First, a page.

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Research Papers

Dynamic Performance Characteristics of Floating-Ring Bearings With Varied Oil-Injection Swirl-Control Angles

[+] Author and Article Information
Daniel Tamunodukobipi

Korea University of Science and Technology,
Yuseong-gu, Deajeon, South Korea
e-mail: tamunodan@yahoo.com

Chang Ho Kim

Center of Urban Energy System Research,
Korea Institute of Science and Technology,
Songbuk-gu, Seoul, South Korea
e-mail: kimch@kist.re.kr

Yong-Bok Lee

Center of Urban Energy System Research,
Korea Institute of Science and Technology,
Songbuk-gu, Seoul, South Korea
e-mail: lyb@kist.re.kr

1Corresponding author.

Contributed by the Dynamic Systems Division of ASME for publication in the JOURNAL OF DYNAMIC SYSTEMS, MEASUREMENT, AND CONTROL. Manuscript received November 8, 2013; final manuscript received June 9, 2014; published online September 10, 2014. Assoc. Editor: Jiong Tang.

J. Dyn. Sys., Meas., Control 137(2), 021002 (Sep 10, 2014) (11 pages) Paper No: DS-13-1440; doi: 10.1115/1.4027912 History: Received November 08, 2013; Revised June 09, 2014

Hydrodynamic instability is a prime causative of performance irregularities and violent vibrations in floating-ring bearing (FRB) supported turbosystems. The quest for energy-efficient solutions to this has stimulated the development of diverse FRB design-geometries, dimensional relationships, and surface-contours. Unfortunately, these modifications are characterized mainly by model-predictors, which results lack sufficient test-data to benchmark their authenticities. This work presents the concept and the test-data of flow redirection in FRBs by using an oil-injection swirl-control mechanism (OISCM) to attenuate rotordynamic instabilities. FRBs with radius ratio = 1.75 and clearance ratio = 1.5 are tested for various OISCM angles (0 deg, 30 deg, and 60 deg) and under a specific load = 50 kN/m2. The test results indicate that FRBs with OISCM demonstrate substantial improvements in damping and stability characteristics. Their whirl-frequency-ratio (WFR) and cross-coupled forces are lower because of improved symmetry of films' pressure-forces (Kxx ≈ Kyy). Although the magnitudes of direct damping are higher (|Cxx| = 16.92 kN s/m for 60 deg and 6.03 kN s/m for 0 deg), the load capacity (Kxx) is slightly lower than the normal (0 deg), injection. Nonetheless, this discrepancy in load capacities becomes insignificant for speeds above 22 krpm. The WFR and subsynchronous amplitudes, which are graphic reflections of the bearing-based instability, become progressively smaller with increasing OISCM angle. However, this advantage at elevated speeds can only be sustained by a corresponding increase in oil-supply pressure to circumvent the advent of a starved inner-film and its attendant imbalance response and thermal growth. In closure, the OISCM bearing is more effective for mitigating rotordynamic instabilities in turborotors than conventional FRBs.

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Figures

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Fig. 1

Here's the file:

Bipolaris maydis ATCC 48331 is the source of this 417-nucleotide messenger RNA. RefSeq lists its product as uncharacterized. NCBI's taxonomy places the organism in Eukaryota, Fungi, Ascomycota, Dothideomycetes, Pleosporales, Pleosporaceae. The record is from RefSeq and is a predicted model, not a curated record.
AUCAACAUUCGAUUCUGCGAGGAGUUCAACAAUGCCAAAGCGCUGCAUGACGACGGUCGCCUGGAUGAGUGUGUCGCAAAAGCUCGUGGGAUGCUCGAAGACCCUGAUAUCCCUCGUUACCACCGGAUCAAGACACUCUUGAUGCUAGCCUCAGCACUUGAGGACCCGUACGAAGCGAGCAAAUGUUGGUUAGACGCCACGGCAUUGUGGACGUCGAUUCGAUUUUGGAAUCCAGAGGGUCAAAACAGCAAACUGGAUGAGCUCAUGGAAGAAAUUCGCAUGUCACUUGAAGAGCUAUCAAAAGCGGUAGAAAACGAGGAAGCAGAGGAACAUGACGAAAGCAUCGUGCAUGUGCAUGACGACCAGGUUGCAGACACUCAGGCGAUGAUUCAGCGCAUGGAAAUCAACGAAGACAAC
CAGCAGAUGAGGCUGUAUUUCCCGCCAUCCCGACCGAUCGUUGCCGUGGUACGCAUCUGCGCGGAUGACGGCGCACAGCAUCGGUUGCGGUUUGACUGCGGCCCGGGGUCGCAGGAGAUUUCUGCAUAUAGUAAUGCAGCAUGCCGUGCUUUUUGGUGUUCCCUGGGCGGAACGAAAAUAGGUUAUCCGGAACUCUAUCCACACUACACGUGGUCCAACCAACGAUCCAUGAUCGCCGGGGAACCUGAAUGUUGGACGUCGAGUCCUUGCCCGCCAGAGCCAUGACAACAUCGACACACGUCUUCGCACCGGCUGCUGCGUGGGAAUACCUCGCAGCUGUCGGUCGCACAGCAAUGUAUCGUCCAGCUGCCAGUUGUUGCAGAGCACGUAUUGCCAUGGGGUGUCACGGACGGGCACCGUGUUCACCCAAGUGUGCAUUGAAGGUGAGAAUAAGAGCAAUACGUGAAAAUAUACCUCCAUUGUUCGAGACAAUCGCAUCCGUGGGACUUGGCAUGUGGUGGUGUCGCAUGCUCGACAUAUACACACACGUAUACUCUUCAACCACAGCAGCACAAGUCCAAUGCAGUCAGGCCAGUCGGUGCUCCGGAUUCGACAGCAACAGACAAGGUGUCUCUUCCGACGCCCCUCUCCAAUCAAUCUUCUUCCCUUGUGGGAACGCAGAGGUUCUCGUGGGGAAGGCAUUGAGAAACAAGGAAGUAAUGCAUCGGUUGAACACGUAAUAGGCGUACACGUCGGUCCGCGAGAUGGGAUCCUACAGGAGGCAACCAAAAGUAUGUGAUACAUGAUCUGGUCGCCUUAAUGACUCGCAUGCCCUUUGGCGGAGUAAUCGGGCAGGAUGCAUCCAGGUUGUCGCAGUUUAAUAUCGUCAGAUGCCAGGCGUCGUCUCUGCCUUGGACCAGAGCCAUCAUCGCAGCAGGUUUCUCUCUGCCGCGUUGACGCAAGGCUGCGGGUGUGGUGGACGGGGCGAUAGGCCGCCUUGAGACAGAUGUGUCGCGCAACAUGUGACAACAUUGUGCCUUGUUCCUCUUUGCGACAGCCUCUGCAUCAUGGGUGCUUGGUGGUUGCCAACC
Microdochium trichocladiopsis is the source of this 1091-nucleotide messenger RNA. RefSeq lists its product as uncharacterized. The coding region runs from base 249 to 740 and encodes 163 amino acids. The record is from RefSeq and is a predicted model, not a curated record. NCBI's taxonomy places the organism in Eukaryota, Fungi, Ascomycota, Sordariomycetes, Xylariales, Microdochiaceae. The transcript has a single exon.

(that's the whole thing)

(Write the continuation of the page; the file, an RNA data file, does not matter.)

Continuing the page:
Representation of the two-parallel-film bearing geometry and flow pattern

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Fig. 2

FRB signal waterfall for speed-up-and-down test showing the regions of low and high peaks

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Fig. 3

Schematic of FRB OISCM defining the oil-injection angle (Φ)

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Fig. 4

Representations of FRB sensors mounting and the two-film force configuration

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Fig. 5

Consequences of improper frequency span selection

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Fig. 6

Curve-fittings of FRB impedance and response functions for a well-chosen frequency span (Φ = 0 deg at ΩJ = 10 krpm)

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Fig. 7

Comparison of curve-fitting and raw data of FRB response functions for 60 deg-injection at ΩJ = 10 krpm

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Fig. 8

Descriptive section view of FRB rotordynamic test-rig

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Fig. 9

Depiction of structural rotor and predicted free-free mode shapes, Ref. [15]

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Fig. 10

FRB self-excited signal waterfall for normal injection at ΩJ = 12 krpm

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Fig. 11

Plots of the frequencies of signal peaks versus the journal speed

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Fig. 12

FRB stiffness coefficients for Φ = 0 deg, 60 deg

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Fig. 13

FRB damping coefficients for Φ = 0 deg, 60 deg

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Fig. 14

FRB inertia coefficients for Φ = 0 deg, 60 deg

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Fig. 15

Impact of different OISCM angles on FRB rotordynamic behavior

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Fig. 16

Impact of varied OISCM angles on FRB WFR

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